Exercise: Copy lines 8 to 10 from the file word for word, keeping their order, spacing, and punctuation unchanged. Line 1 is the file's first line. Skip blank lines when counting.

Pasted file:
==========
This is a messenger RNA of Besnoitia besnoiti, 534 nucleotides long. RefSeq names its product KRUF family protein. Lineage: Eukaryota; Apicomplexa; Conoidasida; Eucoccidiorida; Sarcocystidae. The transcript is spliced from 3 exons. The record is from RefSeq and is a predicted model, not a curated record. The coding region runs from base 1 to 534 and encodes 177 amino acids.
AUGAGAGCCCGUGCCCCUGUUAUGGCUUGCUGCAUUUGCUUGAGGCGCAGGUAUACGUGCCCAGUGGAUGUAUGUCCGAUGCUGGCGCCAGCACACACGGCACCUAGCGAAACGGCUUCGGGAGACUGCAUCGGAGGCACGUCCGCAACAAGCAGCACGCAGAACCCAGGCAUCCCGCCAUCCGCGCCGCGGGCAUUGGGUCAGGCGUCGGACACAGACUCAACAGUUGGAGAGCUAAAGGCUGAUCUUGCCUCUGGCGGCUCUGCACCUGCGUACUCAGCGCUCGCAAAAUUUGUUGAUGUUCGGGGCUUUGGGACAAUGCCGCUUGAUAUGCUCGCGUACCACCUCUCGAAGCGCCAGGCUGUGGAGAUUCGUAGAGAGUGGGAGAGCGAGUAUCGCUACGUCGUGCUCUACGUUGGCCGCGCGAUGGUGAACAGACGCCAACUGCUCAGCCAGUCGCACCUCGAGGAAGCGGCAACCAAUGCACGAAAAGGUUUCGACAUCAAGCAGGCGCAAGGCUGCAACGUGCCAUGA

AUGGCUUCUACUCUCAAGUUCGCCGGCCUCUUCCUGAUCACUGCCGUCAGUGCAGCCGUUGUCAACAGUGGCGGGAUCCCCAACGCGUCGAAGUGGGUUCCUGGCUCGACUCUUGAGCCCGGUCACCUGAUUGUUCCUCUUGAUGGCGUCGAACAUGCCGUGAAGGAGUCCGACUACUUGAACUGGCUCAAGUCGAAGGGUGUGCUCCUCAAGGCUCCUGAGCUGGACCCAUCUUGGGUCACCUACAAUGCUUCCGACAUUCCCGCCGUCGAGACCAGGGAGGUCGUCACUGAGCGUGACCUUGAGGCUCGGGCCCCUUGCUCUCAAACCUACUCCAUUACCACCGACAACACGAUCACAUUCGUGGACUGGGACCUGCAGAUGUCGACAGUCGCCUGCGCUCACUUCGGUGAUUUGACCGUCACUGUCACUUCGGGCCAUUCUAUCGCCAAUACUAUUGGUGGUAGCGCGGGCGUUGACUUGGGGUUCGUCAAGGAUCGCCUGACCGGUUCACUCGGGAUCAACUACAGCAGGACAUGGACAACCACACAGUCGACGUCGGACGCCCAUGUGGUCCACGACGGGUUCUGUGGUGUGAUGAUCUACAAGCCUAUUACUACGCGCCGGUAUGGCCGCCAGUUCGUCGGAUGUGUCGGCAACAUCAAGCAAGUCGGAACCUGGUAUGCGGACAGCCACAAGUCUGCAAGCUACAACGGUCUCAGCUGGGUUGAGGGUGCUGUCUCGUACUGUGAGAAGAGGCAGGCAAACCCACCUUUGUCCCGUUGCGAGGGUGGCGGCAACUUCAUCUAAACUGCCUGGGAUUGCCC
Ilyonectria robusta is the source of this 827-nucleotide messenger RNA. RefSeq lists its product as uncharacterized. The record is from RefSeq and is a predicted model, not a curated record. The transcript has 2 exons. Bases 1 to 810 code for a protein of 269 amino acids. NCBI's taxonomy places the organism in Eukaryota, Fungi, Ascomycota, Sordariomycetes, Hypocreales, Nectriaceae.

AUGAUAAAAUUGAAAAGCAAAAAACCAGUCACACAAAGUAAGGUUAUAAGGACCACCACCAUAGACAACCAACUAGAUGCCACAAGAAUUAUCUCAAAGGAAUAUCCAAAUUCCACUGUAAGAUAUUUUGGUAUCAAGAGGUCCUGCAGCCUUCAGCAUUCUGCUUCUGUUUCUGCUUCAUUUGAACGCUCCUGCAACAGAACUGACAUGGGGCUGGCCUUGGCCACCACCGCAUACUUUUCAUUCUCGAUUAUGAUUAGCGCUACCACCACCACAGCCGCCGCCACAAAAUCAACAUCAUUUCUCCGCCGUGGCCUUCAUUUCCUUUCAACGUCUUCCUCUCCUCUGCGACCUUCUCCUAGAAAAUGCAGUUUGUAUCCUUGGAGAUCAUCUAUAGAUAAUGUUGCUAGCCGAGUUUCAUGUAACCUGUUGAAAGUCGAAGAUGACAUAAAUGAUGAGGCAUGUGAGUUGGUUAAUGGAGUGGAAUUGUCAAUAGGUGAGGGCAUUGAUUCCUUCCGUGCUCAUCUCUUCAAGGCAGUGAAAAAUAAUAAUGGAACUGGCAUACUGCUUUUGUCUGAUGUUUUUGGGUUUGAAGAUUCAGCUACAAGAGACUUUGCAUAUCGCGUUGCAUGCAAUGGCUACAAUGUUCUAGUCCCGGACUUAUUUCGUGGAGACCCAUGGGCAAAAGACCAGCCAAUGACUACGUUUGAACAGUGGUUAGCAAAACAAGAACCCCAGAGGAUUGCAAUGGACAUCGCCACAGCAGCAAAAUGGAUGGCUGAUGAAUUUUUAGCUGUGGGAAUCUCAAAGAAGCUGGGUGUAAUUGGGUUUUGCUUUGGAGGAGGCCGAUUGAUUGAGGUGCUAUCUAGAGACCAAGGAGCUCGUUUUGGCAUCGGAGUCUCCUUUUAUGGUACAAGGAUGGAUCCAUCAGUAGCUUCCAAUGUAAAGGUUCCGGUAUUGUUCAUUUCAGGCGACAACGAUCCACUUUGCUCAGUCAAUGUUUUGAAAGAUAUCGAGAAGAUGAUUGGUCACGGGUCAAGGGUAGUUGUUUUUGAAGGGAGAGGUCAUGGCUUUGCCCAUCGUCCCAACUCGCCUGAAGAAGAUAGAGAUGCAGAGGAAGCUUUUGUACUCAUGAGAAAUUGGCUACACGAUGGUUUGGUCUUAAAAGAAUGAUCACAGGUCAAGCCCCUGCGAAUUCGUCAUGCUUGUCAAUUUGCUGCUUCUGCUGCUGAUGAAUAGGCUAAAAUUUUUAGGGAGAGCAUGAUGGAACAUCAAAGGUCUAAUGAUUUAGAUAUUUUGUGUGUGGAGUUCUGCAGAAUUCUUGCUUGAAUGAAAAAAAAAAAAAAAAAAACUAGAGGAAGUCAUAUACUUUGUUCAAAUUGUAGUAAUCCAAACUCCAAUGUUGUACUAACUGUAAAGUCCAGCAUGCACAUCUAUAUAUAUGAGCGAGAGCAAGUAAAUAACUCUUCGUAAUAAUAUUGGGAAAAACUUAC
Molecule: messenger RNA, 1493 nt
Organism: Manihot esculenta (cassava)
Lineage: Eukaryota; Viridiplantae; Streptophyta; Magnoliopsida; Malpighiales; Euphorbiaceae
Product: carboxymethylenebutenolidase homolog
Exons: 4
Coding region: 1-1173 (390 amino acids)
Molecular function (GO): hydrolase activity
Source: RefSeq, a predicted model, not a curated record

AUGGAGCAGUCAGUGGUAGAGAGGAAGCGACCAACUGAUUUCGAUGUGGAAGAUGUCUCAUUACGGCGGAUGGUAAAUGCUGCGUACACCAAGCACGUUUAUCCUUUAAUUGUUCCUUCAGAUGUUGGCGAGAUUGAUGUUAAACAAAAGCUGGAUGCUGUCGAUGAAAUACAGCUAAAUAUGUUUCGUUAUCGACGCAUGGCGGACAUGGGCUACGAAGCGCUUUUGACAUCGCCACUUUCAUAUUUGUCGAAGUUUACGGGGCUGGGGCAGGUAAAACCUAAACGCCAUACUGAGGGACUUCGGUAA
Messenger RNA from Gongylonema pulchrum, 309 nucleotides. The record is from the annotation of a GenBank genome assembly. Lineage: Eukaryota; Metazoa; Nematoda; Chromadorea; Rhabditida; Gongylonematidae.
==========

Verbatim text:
Lineage: Eukaryota; Viridiplantae; Streptophyta; Magnoliopsida; Malpighiales; Euphorbiaceae
Product: carboxymethylenebutenolidase homolog
Exons: 4